August 20, 2013
"Rescue me, O my God, from the hand of the wicked, from the grasp of the unjust and cruel. For you, O Lord, are my hope." From Psalm 71
Sociologists say horror stories reflect our greatest fears. During the Cold War, movies like Godzilla and Spiderman indicated a fear of radioactive mutation. Today, we are inundated by zombies and vampires - TruBlood, Twilight, 28 Days Later - indicating we are most afraid of… ourselves.
Think about it: the pseudo-dead "live" solely for consumption – excess money, excess drink, excess sex. Without morality or mortality, zombies and vampires are pop-culture's greatest fantasies, viewed through a fun-house mirror.
As far back as 1997, Buffy the Vampire Slayer asked: do such creatures have souls? It is unclear whether the question was directed at the vampires – or at us.
In the movie Shaun of the Dead, it takes the hero a full day to realize that the people around him are becoming zombies. It is clear: fighting the zombie apocalypse is a metaphor for fighting his own meaninglessness. He has been Shaun, living dead.
In Zombieland, apocalyptic survivors search desperately for meaning. For Woody Harrelson's character, life's purpose is simple and finite: "Believe it or not, Twinkies have an expiration date. Someday very soon, life's little Twinkie gauge is going to go empty." The survivors aren't dead, but they aren't really alive, either.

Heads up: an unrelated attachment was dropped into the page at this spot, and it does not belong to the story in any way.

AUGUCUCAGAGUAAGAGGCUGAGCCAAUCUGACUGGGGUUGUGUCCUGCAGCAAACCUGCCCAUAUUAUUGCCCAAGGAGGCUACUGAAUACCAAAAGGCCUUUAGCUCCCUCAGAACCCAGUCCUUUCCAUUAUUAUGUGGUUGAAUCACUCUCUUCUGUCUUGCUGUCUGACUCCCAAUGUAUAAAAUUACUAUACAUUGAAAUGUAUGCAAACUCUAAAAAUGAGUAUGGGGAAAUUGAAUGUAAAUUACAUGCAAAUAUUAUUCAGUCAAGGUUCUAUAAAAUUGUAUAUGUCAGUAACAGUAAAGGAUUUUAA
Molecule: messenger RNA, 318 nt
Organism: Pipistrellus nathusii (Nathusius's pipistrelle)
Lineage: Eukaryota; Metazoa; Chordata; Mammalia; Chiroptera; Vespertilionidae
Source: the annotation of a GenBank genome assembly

Surely, like the psalmist, we still need deliverance from the wicked. But, perhaps, in 2013 (as, most likely, in the time of the psalmist) what we are really asking is to be delivered from ourselves. At the very least, let us pray to be delivered from the (all-) consuming fantasies – the ones that pervert our desires, and distract us from putting our hope in anything other than the living God.
You know – the one who rose from the dead – and who promises that we can, too. Starting now.
Dear God, help me love you so much I love nothing else too much. And help me fear you just enough that I need fear nothing else at all – not even zombies. Amen.
About the Author
Elissa Johnk is the Senior Pastor of The Old Meeting House, East Montpelier Center, Vermont.
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